arclx.exe

      5. OSLoadFilename

        Here is where you remember 1) your Linux system/root partition, and 2) the mapping between hdXY type names and multi(i)disk(j) type names and 3) the name of the generic kernel.

        For example, if your root partition is hda2 (an IDE disk) and the kernel is called "/la2210.vw" type this:

        		multi(0)disk(0)rdisk(0)partition(2)/la2210.vw
        		

        Or, if your root partition is sda2 (a SCSI disk) and the kernel is called "/la2210.vw" type this:

        		multi(2)disk(0)rdisk(0)partition(2)/la2210.vw
        		

        (Yes, that "multi(2)" stuff is wierd).

      6. OSLoadPartition

        Flip through the choices until you see the one you just copied arclx.exe into. (/dev/hda1 is known as "IDE 0 Disk 0 Partition 1" and /dev/sda1 is known as "SCSI 2 Disk 0 Partition 1")

        The Partition number is _physical_ numbering, not the logical/extended names. The first partition on the disk is '1', the next is '2', etc.

      7. System Partition

        Don't worry about it

      8. OSLoadOptions

        This must match the disk/partition from OSLoadFilename (making the wild leaping assumption that you put your kernel in the root file system)

        FOR EXAMPLE, if your root partition is hda2 then type:

        		root=/dev/hda2
        		

        NOTE: YOUR ROOT PARTITION MAY BE DIFFERENT!

        Also, the kernel does NOT automatically probe for the amount of RAM installed in your system. It defaults to 128MB. If you have more than 128MB you can use the "mem=xxxM" option here on the OSLoadOptions line to make use of all of your memory... mem=512M if you have 512MB, etc.

        The Hardware Inventory "button" on the "6 button" boot firmware menu will report the amount of RAM in your system.

      9. Default

        Make this your default.

        Save&Exit

    11. BOOT LINUX!

      Bonk on Start System

      You'll see a nice blue box (not to be confused with "blue screen" :-) yakking about ARC boot this and that and some partitions and kernel file name that should be numbingly familiar to you by now.

      Then, you'll see that little penguin and the grotty boot stuff...

      Eventually, you'll see "Red Hat Linux release 6.0 (Hedwig)" and a login prompt.

      Well... login!

      ... as root ... remembering the root password. NOTE: See the known bugs list before you run around willy nilly hacking /etc/passwd directly or using passwd to change passwds.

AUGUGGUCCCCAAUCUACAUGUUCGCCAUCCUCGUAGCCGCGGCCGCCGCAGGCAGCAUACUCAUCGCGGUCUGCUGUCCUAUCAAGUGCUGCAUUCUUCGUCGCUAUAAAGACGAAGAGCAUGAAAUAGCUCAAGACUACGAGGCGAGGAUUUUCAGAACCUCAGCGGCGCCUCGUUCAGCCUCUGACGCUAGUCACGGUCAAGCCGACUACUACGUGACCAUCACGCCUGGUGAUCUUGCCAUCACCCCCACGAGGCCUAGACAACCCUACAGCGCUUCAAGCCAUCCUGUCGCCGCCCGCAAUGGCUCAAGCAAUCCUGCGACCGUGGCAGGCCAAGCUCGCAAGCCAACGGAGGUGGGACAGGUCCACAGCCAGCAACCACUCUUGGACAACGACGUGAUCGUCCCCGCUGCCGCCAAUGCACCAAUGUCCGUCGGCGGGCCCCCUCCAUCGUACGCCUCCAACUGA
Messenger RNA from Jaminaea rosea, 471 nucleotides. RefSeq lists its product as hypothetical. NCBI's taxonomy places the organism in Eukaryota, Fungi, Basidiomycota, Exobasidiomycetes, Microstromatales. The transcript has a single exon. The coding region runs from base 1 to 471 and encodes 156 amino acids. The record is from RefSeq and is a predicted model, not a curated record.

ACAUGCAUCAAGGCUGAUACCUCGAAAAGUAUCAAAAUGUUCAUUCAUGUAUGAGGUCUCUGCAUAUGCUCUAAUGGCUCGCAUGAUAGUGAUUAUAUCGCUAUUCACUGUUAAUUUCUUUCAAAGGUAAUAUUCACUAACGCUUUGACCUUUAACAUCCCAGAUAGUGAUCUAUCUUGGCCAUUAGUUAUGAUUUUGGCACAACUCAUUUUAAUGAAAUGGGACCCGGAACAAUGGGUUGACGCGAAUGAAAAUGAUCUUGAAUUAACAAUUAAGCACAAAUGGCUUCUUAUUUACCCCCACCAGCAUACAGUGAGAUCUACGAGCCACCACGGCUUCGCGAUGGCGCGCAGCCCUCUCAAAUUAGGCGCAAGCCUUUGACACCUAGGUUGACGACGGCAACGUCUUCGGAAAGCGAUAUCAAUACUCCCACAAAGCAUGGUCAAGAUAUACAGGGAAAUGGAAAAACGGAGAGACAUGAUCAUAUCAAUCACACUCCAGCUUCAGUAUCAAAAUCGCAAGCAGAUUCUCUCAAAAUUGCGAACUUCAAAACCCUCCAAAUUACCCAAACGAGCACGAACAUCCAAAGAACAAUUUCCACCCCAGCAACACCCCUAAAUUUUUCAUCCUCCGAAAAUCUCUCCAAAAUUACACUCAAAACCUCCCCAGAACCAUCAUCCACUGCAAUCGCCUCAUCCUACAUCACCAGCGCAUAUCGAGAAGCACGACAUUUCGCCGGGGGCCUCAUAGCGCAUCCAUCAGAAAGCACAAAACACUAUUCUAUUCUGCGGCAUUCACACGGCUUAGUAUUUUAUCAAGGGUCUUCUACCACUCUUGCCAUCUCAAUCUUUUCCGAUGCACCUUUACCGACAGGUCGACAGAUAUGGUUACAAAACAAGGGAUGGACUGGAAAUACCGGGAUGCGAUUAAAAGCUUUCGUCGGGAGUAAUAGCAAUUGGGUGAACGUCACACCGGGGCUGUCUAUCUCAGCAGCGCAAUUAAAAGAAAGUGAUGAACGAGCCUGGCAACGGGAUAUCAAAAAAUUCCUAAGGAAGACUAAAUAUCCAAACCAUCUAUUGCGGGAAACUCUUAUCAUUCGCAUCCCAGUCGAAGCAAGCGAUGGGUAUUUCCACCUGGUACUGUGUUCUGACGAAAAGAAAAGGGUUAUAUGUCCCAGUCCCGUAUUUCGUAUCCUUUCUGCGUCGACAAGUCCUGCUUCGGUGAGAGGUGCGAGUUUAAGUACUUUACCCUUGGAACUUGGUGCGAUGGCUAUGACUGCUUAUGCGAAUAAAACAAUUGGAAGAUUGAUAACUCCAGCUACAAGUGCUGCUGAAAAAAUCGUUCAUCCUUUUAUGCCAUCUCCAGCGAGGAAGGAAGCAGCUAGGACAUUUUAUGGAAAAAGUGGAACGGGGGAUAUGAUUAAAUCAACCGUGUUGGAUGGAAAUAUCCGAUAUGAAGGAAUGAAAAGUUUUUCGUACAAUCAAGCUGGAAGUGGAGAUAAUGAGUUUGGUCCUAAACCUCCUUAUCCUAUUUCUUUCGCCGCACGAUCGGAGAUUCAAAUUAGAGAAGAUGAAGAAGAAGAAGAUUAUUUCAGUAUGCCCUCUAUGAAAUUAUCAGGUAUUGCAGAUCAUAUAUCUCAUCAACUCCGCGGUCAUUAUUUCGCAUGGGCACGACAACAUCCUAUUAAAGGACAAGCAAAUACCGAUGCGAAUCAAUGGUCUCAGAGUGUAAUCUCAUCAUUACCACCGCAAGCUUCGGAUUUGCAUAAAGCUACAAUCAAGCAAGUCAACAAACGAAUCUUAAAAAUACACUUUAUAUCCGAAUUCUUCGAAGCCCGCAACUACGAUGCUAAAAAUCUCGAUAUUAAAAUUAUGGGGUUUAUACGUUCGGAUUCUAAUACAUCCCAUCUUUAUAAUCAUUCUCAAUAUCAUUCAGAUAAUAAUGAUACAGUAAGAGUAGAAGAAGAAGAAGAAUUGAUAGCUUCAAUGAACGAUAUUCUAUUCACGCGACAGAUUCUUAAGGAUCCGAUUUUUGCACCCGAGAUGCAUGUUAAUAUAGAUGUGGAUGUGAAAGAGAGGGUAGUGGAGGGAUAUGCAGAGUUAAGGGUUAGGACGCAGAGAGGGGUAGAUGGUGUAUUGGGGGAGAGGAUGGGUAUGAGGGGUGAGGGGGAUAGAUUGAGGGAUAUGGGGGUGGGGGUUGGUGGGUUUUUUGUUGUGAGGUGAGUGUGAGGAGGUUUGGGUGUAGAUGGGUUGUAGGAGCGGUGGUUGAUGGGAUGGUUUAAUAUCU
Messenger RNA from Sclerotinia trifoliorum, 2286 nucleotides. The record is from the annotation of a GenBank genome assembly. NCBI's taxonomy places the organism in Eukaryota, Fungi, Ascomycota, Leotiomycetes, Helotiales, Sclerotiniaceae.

12. X setup

      To do anything moderately visual you install and setup some X stuff.

      If your Red Hat 6.0 CD isn't already in the CD drive get it in there now.

      • mount the CD

        mount /dev/cdrom /mnt/cdrom

        This presumes /dev/cdrom is a symlink to the right place (most likely /dev/hdc on a factory-fresh system).

      • remove bad X stuff

        Remember when we selected the "Mono" X server just to get through the install procedure? We remove that now.

        rpm -e XFree86-Mono

        rm /etc/X11/X

      • install good X stuff

        rpm -i /mnt/cdrom/RedHat/RPMS/XFree86-FBDev-3.3.3.1-49.i386.rpm

        ln -s ../../usr/X11R6/bin/XF86_FBDev /etc/X11/X

      • configure X

        cp /etc/X11/XF86Config.vw /etc/X11/XF86Config

        (We copied the XF86Config file from the floppy to this indirect holding name just to make sure nothing "smart" trashes it for us)

      • START X!

        startx

        The screen will clear and repaint and you'll get that "wonderful" "X".

        If you had selected GNOME way back during Red Hat install you'll eventually see that footprint thing.

        Point and click with the USB mouse. Aim maybe for the tty icon and make sure the USB kbd types the right stuff.

        If you DO NOT see the X and instead see some teensy green text on black background this means that X server startup failed. You're simply staring at the virtual terminal running on a differently dimensioned framebuffer. Type "clear" very carefully and you'll see less green crawly stuff, etc. If you configure the network and run startx over from an rlogin session you'll more clearly see the complaint from startx. Here are the most common reasons startx fails:

        • /etc/X11/X not symlinked to XF86_FBDev
        • /etc/X11/XF86Config not symlinked to XF86Config.vw
        • /dev/hidbp-mse-0 not spelled right
        • /dev/hidbp-mse-0 not correct major/minor
        • mouse is not proper USB:

          MUST be a "HIDBP" mouse... NOT a "wheel mouse" and NOT a PS/2 mouse for the PS/2 port on the USB kbd.

  6. CONGRATS!

    You've succeeded!

    One more step if you really are so inclined: building a kernel from source.